TheRealSharon's Blog











{July 16, 2011}   I’m not an object so please don’t label me

I’ve been labeled many things in my life, we all have. In fact, we all have been guilty of labeling others at some point as well. Some of the labels given to me I have not minded at all, others I have absolutely despised and wanted to throw off me. There’s always going to be labels attached to me that I can’t completely get rid of because some things are just obvious…..the problem is I, like most people, would like to be more than just a label.

If you pick up an item at the store, you will usually find a label describing it. Sometimes I feel like people automatically look at me and affix an invisible label to me. But why? I’m not an object in a store….I am a human being. How can you possibly look at me and label me that quickly?

You may say you could stamp me as a Caucasian…well, sure, you would be right. If I was any whiter, I would be Snow White’s long lost sister, but the label “Caucasian” doesn’t describe my heritage and the many possible blood lines I may come from. You could say I’m a “big” girl and that would also be true…but that’s another surface characteristic. There’s more than just THAT to me. In order to label me past the external features I have, you would have to talk to me for a period of time and learn more about me. Even then, the label you give me still wouldn’t be 100% accurate. Can you ever really fully KNOW a person completely inside and out if you’re NOT that person?

I’ve heard people comment more than once in my life regarding another person, “I would have never imagined THAT person would do something like that” or “That person really shocked me”. Sometimes this is said of a person they have known for many years or their whole life. So how do you expect to label me or anyone else if you only know a little about them?

And labels are just as bad as generalizations or stereotypes. Society has conceived stereotypes for every label given to you. These stereotypes are just as wrong as the labels put on. All it takes is a few people of one “label” to fit a preconceived “stereotype” and then suddenly, it seems to become law. Why is this?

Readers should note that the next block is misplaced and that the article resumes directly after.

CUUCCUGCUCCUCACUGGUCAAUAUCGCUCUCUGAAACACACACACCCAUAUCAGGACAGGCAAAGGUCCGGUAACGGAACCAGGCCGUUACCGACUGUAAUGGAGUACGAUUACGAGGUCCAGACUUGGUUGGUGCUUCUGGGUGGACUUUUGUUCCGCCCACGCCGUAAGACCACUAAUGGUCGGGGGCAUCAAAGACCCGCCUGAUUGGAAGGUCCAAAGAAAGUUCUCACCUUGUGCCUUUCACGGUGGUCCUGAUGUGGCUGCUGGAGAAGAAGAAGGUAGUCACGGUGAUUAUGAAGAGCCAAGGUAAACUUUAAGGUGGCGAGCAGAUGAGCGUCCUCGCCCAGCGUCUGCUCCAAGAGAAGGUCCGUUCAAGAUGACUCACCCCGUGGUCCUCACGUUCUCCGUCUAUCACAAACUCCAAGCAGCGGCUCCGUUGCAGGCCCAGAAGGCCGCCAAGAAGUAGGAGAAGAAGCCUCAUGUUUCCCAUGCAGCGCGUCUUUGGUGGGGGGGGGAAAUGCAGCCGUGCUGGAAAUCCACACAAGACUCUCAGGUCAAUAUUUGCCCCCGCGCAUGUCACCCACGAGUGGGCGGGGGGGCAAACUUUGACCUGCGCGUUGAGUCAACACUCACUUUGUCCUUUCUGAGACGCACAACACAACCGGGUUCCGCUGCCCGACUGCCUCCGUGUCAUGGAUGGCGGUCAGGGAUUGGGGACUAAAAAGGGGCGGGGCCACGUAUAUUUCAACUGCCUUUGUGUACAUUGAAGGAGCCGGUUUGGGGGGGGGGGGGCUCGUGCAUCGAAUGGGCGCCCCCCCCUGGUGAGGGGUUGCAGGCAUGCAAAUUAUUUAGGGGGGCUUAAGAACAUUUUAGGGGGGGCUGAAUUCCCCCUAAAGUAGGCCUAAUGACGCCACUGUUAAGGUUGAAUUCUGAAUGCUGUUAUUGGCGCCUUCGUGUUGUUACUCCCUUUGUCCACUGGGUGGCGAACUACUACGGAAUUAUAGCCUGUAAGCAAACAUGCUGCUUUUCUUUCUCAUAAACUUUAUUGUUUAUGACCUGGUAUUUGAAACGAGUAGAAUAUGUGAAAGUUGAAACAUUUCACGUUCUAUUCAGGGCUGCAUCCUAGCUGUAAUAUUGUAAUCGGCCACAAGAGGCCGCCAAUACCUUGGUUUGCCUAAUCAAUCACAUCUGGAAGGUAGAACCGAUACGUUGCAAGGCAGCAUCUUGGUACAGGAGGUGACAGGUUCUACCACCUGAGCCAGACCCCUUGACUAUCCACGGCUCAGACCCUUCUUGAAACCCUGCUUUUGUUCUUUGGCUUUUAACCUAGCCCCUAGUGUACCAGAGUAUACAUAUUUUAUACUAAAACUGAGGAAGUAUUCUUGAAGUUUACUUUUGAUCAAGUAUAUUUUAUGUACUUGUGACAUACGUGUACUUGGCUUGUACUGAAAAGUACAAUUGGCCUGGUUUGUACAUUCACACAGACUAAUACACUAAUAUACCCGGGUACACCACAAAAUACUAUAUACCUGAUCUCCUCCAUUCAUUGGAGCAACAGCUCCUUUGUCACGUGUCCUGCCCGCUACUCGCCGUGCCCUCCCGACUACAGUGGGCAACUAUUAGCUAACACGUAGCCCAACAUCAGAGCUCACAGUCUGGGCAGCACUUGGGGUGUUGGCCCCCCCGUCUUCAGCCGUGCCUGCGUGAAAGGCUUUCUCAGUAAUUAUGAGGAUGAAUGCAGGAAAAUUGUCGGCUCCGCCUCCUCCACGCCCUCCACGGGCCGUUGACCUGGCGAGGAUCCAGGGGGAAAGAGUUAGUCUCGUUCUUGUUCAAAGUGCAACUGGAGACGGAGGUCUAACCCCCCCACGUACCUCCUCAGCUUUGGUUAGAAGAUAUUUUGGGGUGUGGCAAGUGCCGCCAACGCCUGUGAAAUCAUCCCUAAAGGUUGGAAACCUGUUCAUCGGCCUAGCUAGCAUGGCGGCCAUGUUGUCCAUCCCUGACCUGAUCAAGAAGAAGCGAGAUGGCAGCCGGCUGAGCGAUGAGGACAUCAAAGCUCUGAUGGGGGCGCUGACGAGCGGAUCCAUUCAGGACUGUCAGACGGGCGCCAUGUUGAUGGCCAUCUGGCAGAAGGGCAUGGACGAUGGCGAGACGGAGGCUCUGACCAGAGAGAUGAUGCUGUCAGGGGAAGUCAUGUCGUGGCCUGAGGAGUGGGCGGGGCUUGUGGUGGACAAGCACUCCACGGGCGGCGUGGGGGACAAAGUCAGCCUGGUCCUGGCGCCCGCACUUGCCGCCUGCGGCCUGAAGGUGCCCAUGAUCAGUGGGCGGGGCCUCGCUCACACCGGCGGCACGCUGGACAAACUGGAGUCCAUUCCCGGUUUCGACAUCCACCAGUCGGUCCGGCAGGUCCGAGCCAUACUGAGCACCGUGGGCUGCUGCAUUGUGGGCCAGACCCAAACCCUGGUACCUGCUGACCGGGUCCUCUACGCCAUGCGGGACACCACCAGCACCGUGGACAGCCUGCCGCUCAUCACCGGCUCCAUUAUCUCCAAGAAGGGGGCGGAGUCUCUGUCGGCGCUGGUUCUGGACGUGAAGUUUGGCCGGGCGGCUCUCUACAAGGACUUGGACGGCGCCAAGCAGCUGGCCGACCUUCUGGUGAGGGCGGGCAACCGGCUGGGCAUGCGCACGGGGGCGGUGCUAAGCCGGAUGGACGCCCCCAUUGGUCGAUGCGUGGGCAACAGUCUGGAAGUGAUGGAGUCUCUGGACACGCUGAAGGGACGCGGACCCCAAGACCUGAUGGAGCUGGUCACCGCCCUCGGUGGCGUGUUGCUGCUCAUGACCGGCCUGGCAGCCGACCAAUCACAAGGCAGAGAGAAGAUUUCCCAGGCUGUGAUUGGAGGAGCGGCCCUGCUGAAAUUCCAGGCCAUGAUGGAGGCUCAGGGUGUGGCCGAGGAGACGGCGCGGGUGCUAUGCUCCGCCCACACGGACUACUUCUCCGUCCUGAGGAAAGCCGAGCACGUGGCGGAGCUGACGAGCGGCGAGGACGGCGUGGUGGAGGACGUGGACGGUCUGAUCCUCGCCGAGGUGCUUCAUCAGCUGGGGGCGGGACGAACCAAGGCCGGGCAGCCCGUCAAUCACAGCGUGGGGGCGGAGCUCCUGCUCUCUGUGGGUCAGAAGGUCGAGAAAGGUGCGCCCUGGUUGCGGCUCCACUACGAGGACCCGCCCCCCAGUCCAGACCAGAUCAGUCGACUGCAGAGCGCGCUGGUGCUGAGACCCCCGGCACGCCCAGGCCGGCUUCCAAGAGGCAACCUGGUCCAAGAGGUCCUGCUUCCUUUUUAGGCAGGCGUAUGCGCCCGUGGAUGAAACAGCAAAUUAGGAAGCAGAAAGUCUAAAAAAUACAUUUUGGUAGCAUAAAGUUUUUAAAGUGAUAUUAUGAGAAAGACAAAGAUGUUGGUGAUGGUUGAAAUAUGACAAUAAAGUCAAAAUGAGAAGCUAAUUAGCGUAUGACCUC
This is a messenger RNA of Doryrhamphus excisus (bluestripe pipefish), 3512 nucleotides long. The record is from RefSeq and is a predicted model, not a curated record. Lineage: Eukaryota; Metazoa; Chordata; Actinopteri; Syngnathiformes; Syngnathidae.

Anytime I see an article saying that ” ALL people of this type are this way or do this”….I get frustrated. Has the author of this article questioned EVERY person that holds that label? There’s no way they could have. I will admit that some stereotypes out there seem to fit a huge majority BUT that still doesn’t mean it fits ALL. While ALL men are created equal, we ALL are not equal in thoughts, feelings, opinions, and beliefs. Every person that has ever been labeled something are unique in their own way and shouldn’t be stamped with a majority held stereotype. We are not objects on an assembly line created completely the same and produced to look and act the same. And if we’re different, that doesn’t mean we are defective like objects that turn out apart from the rest. It simply means we live in a world where we may be labeled many things but we have our own wills and minds that we can use to think and separate ourselves. Not everyone has the mob mentality where we have to take on the popular agenda of what our labels appear to be.

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Yep, labels stink, which is why I try not to use them! Labels can mess with your head and make you feel like you have to act a certain way because people expect it. I think if you label a person as one thing then you’re missing out on a lot of other qualities he/she has because you’ve closed your mind off to them.